by Mari Aviles
inspired by TBAWP 2020’s freewrite
Success is achieving a goal you set, whether short or long term. Success is doing the thing you set your mind to even when it’s hard. Success comes with the whisper in your ear, “Well done.”
For a long time, I didn’t really consider myself successful- I had failed at my greatest goal: providing an intact family for my children- and that tainted every other aspect of life. The heaviness of the tattered family tapestry shrouded me in self-doubt and often disdain for the person I was. Then, one day, at an AVID training, I participated in a privilege walk.
There were about 80 of us present, all professional educators, and we were told to stand in a straight line, shoulder to shoulder. The facilitator asked a series of questions: Did you have a two-parent household, did someone read to you as a child, did any family members suffer from addiction, was anyone in your family in jail. With each question, you had to take either steps forward or back. After the long list of questions was read, people were in various places in the large hall. Some were at the very front of the room, many were in the center part of the room, and a few were way in the back. We were asked to look around the room and notice how we felt about our placement and that of others. People scanned the room, comfortable, embarrassed, surprised.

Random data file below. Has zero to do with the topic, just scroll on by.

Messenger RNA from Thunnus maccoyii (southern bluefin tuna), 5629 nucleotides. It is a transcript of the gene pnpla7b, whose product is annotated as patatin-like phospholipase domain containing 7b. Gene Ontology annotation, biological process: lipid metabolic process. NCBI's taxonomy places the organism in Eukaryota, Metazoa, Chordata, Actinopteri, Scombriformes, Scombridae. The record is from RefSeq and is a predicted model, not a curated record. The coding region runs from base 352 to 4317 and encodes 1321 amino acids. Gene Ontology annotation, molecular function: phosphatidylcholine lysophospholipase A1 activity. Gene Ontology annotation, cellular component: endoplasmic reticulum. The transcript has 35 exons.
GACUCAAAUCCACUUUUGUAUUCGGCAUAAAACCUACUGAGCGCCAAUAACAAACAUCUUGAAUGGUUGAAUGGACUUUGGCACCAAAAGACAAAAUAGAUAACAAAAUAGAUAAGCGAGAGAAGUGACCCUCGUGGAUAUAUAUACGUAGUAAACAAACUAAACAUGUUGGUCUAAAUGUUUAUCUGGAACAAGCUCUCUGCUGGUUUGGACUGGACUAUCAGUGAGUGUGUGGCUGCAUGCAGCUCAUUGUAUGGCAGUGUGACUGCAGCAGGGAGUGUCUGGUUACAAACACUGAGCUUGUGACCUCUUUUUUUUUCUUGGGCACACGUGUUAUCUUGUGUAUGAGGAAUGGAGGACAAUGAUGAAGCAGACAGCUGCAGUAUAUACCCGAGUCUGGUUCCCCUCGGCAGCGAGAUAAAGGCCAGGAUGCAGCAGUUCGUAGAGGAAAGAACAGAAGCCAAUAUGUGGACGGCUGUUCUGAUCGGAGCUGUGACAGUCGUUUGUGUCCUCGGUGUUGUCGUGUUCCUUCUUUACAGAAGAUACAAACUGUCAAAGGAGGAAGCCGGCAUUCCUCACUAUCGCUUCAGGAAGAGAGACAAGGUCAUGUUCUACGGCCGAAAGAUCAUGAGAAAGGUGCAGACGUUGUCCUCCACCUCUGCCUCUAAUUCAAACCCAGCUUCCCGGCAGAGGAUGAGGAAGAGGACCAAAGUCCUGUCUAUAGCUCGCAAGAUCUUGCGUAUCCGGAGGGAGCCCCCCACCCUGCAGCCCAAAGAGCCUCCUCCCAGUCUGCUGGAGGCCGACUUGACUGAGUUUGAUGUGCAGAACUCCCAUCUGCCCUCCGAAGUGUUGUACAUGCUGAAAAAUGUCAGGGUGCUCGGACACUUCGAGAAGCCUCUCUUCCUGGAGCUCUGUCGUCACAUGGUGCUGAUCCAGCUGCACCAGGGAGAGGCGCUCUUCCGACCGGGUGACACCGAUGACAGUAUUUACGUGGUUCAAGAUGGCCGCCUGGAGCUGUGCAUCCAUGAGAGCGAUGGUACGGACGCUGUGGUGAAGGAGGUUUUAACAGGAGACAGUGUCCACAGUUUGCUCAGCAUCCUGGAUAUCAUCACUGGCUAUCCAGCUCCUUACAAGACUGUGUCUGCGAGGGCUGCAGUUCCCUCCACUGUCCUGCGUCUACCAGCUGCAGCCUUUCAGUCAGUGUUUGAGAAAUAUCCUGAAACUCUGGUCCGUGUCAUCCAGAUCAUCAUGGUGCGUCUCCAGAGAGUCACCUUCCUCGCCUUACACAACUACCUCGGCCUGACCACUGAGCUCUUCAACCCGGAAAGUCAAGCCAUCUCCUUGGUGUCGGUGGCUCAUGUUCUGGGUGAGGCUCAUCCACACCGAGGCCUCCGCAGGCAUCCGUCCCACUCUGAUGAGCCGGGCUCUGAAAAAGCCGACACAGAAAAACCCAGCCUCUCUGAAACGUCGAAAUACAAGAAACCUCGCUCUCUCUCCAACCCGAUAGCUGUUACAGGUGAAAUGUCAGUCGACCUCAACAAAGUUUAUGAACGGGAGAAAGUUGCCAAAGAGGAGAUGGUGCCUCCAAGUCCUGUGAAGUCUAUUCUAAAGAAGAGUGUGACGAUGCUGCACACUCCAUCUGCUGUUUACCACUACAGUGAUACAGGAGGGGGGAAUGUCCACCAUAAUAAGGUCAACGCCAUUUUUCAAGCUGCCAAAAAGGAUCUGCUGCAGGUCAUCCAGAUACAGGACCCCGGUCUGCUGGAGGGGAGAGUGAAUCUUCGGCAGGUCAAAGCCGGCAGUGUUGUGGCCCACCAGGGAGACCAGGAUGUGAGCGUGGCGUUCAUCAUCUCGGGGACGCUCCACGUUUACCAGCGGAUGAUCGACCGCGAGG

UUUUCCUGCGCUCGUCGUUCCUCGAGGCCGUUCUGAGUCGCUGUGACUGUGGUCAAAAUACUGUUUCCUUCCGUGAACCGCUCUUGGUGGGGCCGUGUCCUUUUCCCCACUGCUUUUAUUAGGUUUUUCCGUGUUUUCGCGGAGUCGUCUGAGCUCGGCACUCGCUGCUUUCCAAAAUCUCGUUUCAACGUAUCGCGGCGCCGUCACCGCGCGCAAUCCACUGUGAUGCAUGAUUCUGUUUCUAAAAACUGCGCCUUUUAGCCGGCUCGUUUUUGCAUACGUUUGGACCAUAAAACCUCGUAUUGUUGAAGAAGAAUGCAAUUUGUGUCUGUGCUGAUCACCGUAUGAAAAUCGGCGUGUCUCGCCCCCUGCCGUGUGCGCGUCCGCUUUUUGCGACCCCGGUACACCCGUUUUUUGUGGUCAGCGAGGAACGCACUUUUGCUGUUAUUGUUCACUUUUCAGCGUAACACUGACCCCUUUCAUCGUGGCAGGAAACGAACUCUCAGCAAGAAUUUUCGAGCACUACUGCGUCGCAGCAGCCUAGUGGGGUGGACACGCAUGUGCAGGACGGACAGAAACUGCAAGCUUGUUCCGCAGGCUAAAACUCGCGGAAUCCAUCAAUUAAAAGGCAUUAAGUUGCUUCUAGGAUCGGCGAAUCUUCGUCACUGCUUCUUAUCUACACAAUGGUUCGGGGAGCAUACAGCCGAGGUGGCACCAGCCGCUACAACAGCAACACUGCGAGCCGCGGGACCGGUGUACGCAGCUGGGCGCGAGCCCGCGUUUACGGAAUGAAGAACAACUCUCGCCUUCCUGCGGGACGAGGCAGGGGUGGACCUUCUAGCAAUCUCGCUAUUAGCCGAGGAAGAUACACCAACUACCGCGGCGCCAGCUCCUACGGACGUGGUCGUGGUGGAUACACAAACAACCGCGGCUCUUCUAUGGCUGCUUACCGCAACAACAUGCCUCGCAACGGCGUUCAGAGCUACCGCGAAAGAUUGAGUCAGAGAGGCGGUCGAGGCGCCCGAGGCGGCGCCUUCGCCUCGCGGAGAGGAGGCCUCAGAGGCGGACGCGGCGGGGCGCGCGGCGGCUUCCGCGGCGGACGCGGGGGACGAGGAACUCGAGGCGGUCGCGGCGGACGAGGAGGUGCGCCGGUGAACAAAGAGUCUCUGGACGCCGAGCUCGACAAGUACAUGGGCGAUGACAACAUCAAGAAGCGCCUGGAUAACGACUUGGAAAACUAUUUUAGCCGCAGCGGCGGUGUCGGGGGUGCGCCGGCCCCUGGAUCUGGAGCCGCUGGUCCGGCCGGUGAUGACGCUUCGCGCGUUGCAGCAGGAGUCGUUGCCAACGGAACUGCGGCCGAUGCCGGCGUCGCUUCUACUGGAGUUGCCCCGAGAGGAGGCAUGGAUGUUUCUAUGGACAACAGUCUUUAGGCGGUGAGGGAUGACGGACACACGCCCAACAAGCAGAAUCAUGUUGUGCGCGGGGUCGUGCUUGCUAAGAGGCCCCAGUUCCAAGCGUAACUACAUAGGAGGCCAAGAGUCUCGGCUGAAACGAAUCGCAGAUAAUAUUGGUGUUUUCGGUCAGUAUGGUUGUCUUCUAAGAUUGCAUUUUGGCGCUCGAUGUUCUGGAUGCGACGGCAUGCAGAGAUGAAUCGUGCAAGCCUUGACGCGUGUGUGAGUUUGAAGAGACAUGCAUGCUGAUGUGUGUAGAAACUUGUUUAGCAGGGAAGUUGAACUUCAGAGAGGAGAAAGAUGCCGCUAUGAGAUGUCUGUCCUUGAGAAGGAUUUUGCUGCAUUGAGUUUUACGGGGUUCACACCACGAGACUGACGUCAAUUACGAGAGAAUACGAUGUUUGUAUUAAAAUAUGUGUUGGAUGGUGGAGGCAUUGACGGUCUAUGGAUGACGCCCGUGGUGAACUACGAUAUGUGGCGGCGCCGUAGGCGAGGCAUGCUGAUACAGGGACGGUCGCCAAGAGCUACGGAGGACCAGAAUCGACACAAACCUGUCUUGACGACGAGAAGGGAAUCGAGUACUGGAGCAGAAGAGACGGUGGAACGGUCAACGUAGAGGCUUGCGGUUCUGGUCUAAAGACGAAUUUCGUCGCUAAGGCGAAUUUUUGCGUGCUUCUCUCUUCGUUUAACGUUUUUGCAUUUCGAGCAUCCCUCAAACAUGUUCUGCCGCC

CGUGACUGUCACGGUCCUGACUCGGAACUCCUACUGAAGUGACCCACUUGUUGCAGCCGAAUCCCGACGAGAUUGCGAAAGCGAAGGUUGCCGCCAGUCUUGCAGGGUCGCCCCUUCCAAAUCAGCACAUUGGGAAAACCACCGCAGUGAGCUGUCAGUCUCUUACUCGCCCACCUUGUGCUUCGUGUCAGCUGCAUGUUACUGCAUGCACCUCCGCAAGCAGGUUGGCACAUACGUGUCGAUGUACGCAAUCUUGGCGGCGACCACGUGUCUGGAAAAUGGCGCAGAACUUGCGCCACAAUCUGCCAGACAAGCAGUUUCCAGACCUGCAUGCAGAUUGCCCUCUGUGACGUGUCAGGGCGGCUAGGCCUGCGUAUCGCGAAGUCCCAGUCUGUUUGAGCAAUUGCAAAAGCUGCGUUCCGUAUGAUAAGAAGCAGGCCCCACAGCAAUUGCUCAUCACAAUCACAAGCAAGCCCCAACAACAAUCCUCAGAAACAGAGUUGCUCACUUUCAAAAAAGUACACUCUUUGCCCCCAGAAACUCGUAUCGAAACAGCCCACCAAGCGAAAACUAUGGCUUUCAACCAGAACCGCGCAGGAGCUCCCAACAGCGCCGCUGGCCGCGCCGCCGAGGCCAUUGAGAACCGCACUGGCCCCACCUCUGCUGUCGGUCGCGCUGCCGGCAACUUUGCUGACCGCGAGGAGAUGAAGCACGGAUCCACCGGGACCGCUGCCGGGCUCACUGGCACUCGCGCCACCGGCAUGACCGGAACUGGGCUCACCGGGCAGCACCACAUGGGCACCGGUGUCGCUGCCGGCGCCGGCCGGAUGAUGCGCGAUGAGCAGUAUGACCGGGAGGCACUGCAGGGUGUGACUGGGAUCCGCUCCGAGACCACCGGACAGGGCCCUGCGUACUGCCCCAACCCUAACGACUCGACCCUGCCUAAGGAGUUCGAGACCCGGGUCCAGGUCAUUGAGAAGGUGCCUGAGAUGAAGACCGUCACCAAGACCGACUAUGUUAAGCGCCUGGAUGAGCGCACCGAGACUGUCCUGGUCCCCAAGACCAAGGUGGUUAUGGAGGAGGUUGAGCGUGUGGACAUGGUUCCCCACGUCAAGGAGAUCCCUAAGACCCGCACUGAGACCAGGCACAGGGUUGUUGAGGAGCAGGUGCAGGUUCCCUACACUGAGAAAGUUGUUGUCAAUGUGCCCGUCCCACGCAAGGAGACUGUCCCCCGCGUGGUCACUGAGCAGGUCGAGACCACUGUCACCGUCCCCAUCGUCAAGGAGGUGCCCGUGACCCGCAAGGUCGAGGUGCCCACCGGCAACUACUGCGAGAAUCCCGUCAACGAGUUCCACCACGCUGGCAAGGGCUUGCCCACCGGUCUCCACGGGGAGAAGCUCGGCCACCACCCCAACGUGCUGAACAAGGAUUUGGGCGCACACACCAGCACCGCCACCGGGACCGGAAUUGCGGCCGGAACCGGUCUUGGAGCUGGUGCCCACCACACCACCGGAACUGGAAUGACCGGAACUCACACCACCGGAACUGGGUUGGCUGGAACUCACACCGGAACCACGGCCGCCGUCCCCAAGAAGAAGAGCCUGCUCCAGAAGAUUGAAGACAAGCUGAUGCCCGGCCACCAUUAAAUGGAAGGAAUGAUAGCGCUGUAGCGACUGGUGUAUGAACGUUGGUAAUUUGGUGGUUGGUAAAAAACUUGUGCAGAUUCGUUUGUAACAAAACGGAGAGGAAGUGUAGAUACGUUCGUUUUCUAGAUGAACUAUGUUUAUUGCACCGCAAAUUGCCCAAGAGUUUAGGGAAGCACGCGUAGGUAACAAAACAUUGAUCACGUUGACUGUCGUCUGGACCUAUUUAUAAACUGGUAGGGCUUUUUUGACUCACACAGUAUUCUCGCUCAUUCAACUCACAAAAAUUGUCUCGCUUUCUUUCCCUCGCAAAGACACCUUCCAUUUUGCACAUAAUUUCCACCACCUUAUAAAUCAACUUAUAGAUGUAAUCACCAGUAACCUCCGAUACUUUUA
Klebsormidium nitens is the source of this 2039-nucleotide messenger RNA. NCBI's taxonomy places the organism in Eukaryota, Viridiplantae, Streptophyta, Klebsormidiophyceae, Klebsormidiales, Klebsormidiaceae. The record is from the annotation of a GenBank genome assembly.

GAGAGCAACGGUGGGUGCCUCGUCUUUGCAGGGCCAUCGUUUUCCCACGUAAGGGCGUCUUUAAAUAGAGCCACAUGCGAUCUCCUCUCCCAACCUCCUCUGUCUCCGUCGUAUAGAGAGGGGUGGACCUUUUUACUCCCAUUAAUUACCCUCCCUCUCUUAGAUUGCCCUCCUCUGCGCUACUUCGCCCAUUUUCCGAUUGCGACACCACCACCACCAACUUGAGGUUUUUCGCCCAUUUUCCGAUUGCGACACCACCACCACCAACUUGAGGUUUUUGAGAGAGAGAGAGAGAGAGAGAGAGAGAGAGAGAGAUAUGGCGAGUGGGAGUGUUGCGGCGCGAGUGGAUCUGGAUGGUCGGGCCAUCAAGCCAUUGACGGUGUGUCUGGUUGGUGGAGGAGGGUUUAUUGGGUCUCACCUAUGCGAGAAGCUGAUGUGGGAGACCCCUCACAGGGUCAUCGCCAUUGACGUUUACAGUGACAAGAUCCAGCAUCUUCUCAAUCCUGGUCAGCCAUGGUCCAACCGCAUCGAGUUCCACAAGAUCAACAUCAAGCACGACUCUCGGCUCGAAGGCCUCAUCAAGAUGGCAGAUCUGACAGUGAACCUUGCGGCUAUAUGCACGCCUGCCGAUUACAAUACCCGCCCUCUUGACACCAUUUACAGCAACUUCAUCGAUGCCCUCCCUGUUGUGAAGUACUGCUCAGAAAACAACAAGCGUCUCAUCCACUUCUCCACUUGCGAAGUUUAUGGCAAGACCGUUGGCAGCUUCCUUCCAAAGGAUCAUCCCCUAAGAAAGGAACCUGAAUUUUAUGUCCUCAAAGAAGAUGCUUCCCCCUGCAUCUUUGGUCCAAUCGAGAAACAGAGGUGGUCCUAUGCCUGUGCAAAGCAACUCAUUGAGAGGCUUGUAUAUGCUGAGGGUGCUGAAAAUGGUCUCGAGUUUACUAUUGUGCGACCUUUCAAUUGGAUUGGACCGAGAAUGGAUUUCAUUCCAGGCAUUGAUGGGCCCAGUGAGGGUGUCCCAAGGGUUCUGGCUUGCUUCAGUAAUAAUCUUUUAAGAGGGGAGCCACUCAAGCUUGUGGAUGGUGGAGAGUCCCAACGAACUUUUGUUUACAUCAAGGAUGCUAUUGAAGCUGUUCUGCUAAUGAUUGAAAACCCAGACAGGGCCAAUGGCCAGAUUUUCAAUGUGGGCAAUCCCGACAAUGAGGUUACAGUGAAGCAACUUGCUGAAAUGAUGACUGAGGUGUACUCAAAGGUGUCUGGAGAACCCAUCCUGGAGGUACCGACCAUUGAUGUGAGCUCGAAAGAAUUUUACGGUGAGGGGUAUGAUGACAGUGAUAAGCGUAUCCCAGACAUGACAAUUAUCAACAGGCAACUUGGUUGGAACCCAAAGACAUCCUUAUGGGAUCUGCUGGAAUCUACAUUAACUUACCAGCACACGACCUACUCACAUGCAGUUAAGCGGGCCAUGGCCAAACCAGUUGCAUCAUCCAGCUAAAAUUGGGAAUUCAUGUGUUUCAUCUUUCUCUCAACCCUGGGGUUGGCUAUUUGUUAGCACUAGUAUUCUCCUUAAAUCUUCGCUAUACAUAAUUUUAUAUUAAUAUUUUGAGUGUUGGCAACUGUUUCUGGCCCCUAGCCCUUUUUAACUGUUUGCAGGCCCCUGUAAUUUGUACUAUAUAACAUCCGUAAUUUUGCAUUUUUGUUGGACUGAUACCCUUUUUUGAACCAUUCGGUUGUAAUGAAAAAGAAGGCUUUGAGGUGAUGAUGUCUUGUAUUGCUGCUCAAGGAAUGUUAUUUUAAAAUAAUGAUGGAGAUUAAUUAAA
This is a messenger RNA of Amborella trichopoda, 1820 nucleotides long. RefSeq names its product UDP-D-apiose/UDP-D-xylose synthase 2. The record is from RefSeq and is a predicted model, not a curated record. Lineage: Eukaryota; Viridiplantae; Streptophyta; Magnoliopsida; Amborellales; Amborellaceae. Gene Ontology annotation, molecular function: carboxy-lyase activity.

The facilitator asked the people at the very front, a young black girl and an older white woman, how they felt looking around. They both expressed feelings of gratitude for the hard work and sacrifices of their parents. The white woman, though, also expressed a feeling of guilt- guilt because she hadn’t done anything herself to be in that position. She kept saying, “I just feel so bad.”
The facilitator then asked the two people who were at the very back of the hall, a young black girl and me- a 40 something Puerto Rican, how we felt. The young girl, who was just a few steps ahead of me expressed some surprise at her placement because much of her experience had just seemed “normal”. When I was asked, I couldn’t hide my feelings. “HO-LY SHIT. I am the very last person in this room!” I looked at the people in the room who statistics say should have absolutely been behind me and smiled. “I’m pretty friggin’ proud of myself- I may have started all the way the hell back here, but when we started this exercise, we were all on the same line: all college graduates, all leaders at our schools, all professional educators.” I then addressed the woman at the front of the room. “I don’t want you to feel guilty or bad for me. Neither of us had any control over the circumstances we were born into- I don’t resent your placement in this room. On the contrary. It inspires me to do all I can so that my kids don’t ever join me back here. So, don’t feel bad. Just share the responsibility with me of paying forward what we’ve been given and what we’ve learned so that the education we help to provide is part of the privilege all of our students can take part in.”
I think that was the first time it hit me: I really am a success.